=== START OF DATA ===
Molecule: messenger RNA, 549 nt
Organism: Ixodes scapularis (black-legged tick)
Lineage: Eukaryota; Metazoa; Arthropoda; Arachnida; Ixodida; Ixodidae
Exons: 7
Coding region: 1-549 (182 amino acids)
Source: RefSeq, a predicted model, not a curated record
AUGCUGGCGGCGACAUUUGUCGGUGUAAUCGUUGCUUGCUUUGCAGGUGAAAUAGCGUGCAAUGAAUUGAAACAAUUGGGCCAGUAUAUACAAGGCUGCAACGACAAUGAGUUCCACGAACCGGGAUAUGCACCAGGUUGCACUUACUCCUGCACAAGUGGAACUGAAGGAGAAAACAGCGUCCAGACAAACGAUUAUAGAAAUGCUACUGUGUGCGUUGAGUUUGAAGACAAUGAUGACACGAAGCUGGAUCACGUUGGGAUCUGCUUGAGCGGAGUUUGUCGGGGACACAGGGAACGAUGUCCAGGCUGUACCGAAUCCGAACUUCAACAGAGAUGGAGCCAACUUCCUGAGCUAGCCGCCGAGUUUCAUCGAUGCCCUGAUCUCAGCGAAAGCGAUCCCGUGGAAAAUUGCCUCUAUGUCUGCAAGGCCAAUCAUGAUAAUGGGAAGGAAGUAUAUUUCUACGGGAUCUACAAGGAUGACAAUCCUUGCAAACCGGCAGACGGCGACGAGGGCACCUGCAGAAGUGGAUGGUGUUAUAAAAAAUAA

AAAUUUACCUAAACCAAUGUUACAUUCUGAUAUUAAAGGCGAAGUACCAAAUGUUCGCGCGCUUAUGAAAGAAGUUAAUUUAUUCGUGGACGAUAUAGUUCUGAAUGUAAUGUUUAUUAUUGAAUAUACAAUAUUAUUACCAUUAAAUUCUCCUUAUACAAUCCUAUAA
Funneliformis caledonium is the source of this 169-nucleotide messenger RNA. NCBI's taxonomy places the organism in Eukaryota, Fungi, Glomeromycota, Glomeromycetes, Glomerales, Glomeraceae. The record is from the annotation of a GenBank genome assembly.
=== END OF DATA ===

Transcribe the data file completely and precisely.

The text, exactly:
Molecule: messenger RNA, 549 nt
Organism: Ixodes scapularis (black-legged tick)
Lineage: Eukaryota; Metazoa; Arthropoda; Arachnida; Ixodida; Ixodidae
Exons: 7
Coding region: 1-549 (182 amino acids)
Source: RefSeq, a predicted model, not a curated record
AUGCUGGCGGCGACAUUUGUCGGUGUAAUCGUUGCUUGCUUUGCAGGUGAAAUAGCGUGCAAUGAAUUGAAACAAUUGGGCCAGUAUAUACAAGGCUGCAACGACAAUGAGUUCCACGAACCGGGAUAUGCACCAGGUUGCACUUACUCCUGCACAAGUGGAACUGAAGGAGAAAACAGCGUCCAGACAAACGAUUAUAGAAAUGCUACUGUGUGCGUUGAGUUUGAAGACAAUGAUGACACGAAGCUGGAUCACGUUGGGAUCUGCUUGAGCGGAGUUUGUCGGGGACACAGGGAACGAUGUCCAGGCUGUACCGAAUCCGAACUUCAACAGAGAUGGAGCCAACUUCCUGAGCUAGCCGCCGAGUUUCAUCGAUGCCCUGAUCUCAGCGAAAGCGAUCCCGUGGAAAAUUGCCUCUAUGUCUGCAAGGCCAAUCAUGAUAAUGGGAAGGAAGUAUAUUUCUACGGGAUCUACAAGGAUGACAAUCCUUGCAAACCGGCAGACGGCGACGAGGGCACCUGCAGAAGUGGAUGGUGUUAUAAAAAAUAA

AAAUUUACCUAAACCAAUGUUACAUUCUGAUAUUAAAGGCGAAGUACCAAAUGUUCGCGCGCUUAUGAAAGAAGUUAAUUUAUUCGUGGACGAUAUAGUUCUGAAUGUAAUGUUUAUUAUUGAAUAUACAAUAUUAUUACCAUUAAAUUCUCCUUAUACAAUCCUAUAA
Funneliformis caledonium is the source of this 169-nucleotide messenger RNA. NCBI's taxonomy places the organism in Eukaryota, Fungi, Glomeromycota, Glomeromycetes, Glomerales, Glomeraceae. The record is from the annotation of a GenBank genome assembly.